As a conservative, an admirer of the Founders, and an historian, I would feel ashamed if my school was named after someone like Calhoun.
I’m a Millennial, and as strange and oxymoronic as this may sound to many, I’m also a conservative. I believe America, while far from perfect, has been an exceptional nation, and has contributed more than any other to the good of mankind. I’m a great admirer of our Founders, and believe they represent one of the greatest, if not the greatest single collection of human beings to ever appear at the same time and place in human history.
But it is precisely because of my love of American history, the Founders, and the principles they stood for, that I agree with the decision of Yale to rename what was formerly known as “Calhoun College” because of its association with John C. Calhoun, the antebellum politician who, like virtually all the Democrats of his day, was an enthusiastic supporter of slavery.
Calhoun: Abhorrent American
While some of those behind this change no doubt adhere to an ideology I disagree with, even the often wrong can stumble upon the truth from time to time. They have done so here.
Calhoun was far more than a slave owner. He was a defender of slavery itself, as made painfully obvious in an 1837 speech:
I hold that … where two races of different origin, and distinguished by color, and other physical differences, as well as intellectual, are brought together, the relation now existing in the slaveholding States between the two is, instead of an evil, a good — a positive good. … I fearlessly assert that the existing relation between the two races in the South … forms the most solid and durable foundation on which to rear free and stable political institutions.
Nor was this speech an isolated incident. Calhoun actively supported and promoted slavery until his dying breath, making him one of the most abhorrent Americans in history.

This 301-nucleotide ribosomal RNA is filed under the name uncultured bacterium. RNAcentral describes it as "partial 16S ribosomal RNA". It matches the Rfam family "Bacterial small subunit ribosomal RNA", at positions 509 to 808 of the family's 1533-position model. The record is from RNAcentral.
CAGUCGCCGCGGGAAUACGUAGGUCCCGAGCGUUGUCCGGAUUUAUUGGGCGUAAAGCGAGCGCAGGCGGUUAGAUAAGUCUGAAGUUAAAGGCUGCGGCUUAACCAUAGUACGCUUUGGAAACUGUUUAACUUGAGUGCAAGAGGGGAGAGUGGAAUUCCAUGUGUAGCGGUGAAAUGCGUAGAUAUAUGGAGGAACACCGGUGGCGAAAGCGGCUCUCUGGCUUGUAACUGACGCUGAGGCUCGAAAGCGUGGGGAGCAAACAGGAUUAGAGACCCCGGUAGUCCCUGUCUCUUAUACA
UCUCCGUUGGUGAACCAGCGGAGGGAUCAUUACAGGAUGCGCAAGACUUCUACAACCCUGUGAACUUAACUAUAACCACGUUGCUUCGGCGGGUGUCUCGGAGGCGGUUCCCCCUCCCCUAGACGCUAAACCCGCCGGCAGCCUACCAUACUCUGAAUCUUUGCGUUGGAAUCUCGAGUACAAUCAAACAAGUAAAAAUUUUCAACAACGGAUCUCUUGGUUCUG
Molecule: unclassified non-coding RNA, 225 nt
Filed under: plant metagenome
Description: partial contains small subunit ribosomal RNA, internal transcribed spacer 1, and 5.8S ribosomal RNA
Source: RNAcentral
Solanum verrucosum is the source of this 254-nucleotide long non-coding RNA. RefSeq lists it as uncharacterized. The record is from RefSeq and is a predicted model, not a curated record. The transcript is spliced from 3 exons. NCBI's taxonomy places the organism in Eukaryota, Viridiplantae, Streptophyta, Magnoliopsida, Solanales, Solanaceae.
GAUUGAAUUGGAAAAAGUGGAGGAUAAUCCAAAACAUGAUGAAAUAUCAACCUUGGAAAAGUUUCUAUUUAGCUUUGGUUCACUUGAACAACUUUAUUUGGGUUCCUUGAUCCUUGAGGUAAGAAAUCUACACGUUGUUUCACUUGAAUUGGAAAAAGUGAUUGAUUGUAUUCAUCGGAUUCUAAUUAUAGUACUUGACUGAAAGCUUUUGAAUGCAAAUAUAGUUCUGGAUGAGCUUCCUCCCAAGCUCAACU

Calhoun Was Not Like the Founders
Those who disagree with me might object that this ratifies the logic so often used by the Left to undermine our Founding Fathers, several of whom were slave owners. But the case of the Founders and Calhoun could not be more different. Don’t take my word for it. Take Frederick Douglass’, a former slave who bestowed high praise on the Founders:
The signers of the Declaration of Independence were brave men. They were great men too … It does not often happen to a nation to raise, at one time, such a number of truly great men … I cannot contemplate their great deeds with less than admiration. They were statesmen, patriots, and heroes, and for the good they did, and the principles they contended for, I will unite with you to honor their memory … With them, justice, liberty and humanity were “final,” not slavery and oppression … They seized upon eternal principles, and set a glorious example in their defense.
Douglass called the Constitution “a glorious liberty document” which contained “principles and purposes entirely hostile to the existence of slavery.” He also pointed out the hypocrisy of constructing the Washington Monument with slave labor in honor of a man who “could not die till he had broken the chains of his slaves,” and directed his estate to provide many of them with clothes, lodging, and education in perpetuity.
You could also take the word of President Lincoln, the “Great Emancipator,” on Jefferson and the Declaration of Independence: